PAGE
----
Lifestyle and home remedies
If you prefer not to use a medication for treating a head-lice infestation, you may consider an alternative home treatment. There is little to no clinical evidence of the effectiveness of such treatments.
Combing wet hair with a fine-toothed nit comb may remove lice and some nits. Studies show that wet-combing results vary.
The hair should be wet, and you should add something to lubricate the hair, such as a hair conditioner or olive oil. Comb the entire head from the scalp to the end of the hair at least twice during a session. The process should be repeated every three to four days for several weeks — at least two weeks after no more lice are found.
Small clinical studies have suggested that some natural plant oils may kill lice by suffocation, but effectiveness is uncertain. These products include:
- Tea tree oil
- Anise oil
- Ylang-ylang oil
These products are not required to meet safety, efficacy and manufacturing standards used for drugs approved by the Food and Drug Administration (FDA), and can sometimes cause allergic reactions.
A number of household products are used to treat head-lice infestations. These products are thought to deprive the lice of air when generous amounts are applied to the hair, covered with a shower cap and left on overnight. Products used for this purpose include:
- Olive oil
- Margarine or butter
- Petroleum jelly
However, the effectiveness of these treatments is unclear.
Another option is a machine that uses one application of hot air in an attempt to kill head lice and their eggs through dehydration. The machine requires special training and is currently available only at professional lice treatment centers.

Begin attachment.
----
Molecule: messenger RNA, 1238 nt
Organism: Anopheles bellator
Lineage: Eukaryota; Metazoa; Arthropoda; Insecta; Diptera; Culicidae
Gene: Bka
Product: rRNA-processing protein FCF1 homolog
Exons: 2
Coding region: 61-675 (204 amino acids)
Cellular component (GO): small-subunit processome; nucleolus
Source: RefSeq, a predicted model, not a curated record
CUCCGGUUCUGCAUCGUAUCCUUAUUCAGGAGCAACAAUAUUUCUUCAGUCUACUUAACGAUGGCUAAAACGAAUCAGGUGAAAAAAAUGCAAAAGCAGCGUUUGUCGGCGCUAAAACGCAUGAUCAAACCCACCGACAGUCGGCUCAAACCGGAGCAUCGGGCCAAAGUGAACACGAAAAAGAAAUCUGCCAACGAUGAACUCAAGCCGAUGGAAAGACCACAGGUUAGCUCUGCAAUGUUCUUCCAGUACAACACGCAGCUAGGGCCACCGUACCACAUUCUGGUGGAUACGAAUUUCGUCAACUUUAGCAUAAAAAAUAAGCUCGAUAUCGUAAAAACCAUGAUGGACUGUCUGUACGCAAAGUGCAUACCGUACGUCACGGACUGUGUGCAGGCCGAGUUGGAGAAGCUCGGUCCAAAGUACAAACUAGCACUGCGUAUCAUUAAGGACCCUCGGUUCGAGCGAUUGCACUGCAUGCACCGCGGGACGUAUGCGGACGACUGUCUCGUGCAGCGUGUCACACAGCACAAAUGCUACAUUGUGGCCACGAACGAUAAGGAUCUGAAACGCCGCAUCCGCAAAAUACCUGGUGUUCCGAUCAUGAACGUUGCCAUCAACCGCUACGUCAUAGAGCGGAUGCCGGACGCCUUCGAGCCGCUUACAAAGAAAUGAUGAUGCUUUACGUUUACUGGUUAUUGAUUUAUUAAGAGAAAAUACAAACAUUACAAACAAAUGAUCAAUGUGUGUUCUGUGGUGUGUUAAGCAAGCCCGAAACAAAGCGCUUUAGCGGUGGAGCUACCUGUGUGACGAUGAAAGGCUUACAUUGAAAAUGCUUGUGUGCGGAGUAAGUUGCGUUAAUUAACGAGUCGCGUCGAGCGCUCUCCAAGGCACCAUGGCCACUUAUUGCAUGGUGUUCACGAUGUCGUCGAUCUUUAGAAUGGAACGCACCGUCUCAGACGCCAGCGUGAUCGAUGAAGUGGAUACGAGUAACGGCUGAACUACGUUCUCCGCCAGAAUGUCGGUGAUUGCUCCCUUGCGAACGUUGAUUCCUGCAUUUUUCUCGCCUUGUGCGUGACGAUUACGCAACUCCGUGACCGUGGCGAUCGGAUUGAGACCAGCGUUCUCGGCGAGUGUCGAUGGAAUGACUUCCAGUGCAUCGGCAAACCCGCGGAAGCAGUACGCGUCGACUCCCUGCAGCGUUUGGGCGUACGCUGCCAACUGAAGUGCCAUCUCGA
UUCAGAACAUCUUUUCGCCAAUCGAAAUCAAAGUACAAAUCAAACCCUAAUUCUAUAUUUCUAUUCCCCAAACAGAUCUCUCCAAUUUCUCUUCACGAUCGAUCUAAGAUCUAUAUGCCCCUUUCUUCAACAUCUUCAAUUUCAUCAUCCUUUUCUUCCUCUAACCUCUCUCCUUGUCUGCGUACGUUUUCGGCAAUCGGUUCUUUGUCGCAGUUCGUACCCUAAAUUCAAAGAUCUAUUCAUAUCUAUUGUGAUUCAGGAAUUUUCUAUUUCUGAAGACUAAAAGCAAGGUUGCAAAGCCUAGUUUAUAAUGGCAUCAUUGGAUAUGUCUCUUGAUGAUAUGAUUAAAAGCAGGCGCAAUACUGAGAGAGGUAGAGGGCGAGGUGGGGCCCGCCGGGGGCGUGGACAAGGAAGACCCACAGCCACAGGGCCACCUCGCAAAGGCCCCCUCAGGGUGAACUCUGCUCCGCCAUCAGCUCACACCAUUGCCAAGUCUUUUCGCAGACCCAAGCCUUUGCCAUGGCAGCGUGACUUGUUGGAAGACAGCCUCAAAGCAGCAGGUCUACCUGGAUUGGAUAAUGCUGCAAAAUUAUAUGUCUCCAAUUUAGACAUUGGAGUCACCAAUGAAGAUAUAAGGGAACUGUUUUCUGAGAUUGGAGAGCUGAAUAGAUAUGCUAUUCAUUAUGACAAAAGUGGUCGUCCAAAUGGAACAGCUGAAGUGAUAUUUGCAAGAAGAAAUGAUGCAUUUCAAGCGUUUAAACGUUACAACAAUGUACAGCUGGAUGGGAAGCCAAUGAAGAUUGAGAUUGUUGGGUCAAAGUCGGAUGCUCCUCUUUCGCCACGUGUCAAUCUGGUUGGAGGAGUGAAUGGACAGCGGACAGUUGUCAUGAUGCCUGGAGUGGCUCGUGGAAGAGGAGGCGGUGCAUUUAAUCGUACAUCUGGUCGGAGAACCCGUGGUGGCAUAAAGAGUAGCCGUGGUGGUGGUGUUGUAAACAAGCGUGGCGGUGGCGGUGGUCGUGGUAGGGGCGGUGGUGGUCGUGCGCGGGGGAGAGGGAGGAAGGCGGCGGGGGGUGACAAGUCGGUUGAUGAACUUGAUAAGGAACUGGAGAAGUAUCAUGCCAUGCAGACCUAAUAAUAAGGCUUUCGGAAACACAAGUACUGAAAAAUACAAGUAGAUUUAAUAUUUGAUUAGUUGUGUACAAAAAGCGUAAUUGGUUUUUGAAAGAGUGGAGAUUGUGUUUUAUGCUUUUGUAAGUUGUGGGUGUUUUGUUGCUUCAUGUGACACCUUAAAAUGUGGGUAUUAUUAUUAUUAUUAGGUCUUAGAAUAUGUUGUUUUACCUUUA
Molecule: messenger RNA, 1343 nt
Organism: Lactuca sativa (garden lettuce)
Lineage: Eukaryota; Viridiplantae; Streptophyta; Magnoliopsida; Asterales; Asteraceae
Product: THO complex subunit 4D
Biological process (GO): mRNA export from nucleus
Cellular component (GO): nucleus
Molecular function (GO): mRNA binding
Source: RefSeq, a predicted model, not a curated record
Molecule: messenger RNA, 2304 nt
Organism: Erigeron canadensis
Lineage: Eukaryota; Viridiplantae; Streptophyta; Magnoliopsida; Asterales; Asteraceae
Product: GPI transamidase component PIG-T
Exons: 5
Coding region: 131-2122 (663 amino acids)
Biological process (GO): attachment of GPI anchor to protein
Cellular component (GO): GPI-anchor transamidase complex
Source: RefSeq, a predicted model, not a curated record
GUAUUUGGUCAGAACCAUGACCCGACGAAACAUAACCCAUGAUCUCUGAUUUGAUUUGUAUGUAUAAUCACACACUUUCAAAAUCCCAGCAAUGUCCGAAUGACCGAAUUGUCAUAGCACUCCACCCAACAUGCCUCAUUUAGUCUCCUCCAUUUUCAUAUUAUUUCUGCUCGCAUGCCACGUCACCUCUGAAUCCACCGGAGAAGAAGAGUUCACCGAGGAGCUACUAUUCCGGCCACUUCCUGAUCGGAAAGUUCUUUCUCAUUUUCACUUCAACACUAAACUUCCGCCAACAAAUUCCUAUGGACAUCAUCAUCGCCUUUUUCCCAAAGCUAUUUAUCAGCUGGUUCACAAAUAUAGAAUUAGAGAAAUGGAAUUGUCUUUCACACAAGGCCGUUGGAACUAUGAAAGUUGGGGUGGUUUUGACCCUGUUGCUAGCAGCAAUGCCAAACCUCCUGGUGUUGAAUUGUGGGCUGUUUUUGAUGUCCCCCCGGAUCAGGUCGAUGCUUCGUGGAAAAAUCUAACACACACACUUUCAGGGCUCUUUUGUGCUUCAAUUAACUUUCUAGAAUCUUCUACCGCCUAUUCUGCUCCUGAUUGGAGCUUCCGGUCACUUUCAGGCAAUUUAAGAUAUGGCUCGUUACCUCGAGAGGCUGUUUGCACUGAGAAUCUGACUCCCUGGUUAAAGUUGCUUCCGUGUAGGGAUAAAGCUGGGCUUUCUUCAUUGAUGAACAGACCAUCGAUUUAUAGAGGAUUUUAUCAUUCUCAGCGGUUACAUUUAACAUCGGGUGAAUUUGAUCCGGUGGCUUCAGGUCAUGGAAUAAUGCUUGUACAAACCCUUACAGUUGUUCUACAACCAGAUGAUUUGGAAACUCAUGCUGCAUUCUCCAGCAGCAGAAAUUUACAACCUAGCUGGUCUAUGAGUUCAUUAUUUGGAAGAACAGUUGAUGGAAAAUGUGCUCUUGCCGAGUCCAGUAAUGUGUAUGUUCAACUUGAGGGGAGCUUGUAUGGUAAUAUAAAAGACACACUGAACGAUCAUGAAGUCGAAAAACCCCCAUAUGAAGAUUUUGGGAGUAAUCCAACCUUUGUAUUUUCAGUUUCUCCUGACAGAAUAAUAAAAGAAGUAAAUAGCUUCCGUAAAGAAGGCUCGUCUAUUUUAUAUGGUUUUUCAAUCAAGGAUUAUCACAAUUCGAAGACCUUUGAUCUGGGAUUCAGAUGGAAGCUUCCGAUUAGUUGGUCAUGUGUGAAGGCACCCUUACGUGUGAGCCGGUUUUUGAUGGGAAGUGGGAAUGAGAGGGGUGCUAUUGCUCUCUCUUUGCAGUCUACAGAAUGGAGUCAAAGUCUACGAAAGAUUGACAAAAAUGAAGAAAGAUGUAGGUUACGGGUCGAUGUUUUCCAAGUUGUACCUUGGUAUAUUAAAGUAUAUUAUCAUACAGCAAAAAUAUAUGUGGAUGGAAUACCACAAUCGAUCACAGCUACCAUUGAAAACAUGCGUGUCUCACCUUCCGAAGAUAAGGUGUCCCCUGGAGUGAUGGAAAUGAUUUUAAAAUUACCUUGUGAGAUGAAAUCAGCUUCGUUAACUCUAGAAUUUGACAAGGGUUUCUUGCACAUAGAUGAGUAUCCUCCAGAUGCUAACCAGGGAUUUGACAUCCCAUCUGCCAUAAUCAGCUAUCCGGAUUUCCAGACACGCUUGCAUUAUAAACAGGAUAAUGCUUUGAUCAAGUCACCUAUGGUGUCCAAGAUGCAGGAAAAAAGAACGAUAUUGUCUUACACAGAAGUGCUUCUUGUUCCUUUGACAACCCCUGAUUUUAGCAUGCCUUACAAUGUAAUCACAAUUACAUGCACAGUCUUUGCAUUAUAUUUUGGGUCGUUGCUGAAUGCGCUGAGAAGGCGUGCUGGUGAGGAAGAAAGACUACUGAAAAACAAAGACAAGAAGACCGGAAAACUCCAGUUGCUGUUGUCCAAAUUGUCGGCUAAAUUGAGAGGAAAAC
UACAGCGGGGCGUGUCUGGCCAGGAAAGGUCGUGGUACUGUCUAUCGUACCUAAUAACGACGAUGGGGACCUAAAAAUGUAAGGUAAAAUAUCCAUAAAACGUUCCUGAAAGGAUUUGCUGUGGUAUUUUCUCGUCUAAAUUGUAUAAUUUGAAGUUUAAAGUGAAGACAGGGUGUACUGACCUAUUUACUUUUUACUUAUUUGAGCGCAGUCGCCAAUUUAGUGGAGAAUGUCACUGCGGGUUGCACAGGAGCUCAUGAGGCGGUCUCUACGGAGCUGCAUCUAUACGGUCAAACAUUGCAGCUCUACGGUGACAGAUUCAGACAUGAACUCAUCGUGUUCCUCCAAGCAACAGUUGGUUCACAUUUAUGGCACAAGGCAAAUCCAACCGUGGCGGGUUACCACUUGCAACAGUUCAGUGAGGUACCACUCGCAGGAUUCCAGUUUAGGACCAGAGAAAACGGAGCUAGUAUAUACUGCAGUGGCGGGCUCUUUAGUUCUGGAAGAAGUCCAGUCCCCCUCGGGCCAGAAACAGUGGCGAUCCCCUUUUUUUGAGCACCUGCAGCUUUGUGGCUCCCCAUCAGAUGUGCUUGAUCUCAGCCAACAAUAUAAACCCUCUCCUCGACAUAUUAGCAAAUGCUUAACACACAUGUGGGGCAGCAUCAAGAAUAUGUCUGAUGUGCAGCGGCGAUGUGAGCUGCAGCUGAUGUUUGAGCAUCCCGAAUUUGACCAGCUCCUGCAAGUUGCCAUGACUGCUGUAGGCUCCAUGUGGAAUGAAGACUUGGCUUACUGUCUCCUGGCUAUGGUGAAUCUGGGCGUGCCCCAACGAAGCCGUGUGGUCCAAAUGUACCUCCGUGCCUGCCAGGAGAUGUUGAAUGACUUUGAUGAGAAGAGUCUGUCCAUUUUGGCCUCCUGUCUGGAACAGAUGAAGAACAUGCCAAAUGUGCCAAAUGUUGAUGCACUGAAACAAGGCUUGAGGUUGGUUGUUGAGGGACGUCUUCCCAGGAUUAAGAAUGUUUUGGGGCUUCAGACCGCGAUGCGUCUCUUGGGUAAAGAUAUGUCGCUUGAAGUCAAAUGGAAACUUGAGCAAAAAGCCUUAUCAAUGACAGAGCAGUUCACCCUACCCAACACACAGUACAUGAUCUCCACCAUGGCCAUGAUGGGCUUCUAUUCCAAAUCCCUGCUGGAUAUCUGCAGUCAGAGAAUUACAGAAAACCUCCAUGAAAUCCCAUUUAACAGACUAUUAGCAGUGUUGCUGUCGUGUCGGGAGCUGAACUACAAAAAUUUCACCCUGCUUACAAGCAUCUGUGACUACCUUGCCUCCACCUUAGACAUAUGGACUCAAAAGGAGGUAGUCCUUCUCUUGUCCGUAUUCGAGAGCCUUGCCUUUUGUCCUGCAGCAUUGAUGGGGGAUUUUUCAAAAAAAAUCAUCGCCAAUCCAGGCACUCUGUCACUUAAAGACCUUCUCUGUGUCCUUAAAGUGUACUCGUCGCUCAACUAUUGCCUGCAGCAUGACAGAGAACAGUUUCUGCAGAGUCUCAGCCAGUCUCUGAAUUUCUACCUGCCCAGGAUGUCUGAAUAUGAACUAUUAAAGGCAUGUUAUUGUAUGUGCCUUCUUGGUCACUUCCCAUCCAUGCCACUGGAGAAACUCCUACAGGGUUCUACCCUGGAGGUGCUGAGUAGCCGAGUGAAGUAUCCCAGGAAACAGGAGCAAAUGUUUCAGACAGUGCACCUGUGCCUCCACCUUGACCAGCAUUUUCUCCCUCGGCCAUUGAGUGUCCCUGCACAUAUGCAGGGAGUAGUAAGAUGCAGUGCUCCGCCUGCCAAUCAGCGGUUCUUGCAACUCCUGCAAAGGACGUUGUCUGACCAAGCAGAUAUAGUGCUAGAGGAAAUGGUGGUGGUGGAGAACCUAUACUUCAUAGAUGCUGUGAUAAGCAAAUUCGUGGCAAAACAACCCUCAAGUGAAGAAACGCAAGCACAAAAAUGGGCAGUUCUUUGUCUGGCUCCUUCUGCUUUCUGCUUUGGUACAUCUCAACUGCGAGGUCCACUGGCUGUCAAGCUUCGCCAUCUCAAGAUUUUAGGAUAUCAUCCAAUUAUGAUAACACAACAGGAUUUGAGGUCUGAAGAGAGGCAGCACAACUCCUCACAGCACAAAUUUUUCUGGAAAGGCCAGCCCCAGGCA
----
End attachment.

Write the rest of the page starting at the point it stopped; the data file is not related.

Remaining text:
The machine uses air that is cooler than most hair dryers and at a much higher flow rate to kill the lice by drying them out. A regular hair dryer should not be used to accomplish this result as it's too hot and could burn the scalp.
Dangerous products to avoid
Flammable products, such as kerosene or gasoline, should never be used to kill lice or to remove nits.
Lice usually don't live past one day without feeding from a human scalp, and eggs do not survive if they aren't incubated at the temperature near the scalp. Therefore, the chance of lice surviving on household items is small.
As a precaution, you may clean items that the affected person has used in the previous two days. Cleaning recommendations include the following:
- Wash items in hot water. Wash bedding, stuffed animals and clothing in hot, soapy water — at least 130 F (54.4 C) — and dry at high heat.
- Clean hair care items. Clean combs, brushes and hair accessories by soaking them in hot, soapy water for five to 10 minutes.
- Seal items in plastic bags. Seal items that can’t be washed in plastic bags for two weeks.
- Vacuum. Give the floor and upholstered furniture a good vacuuming.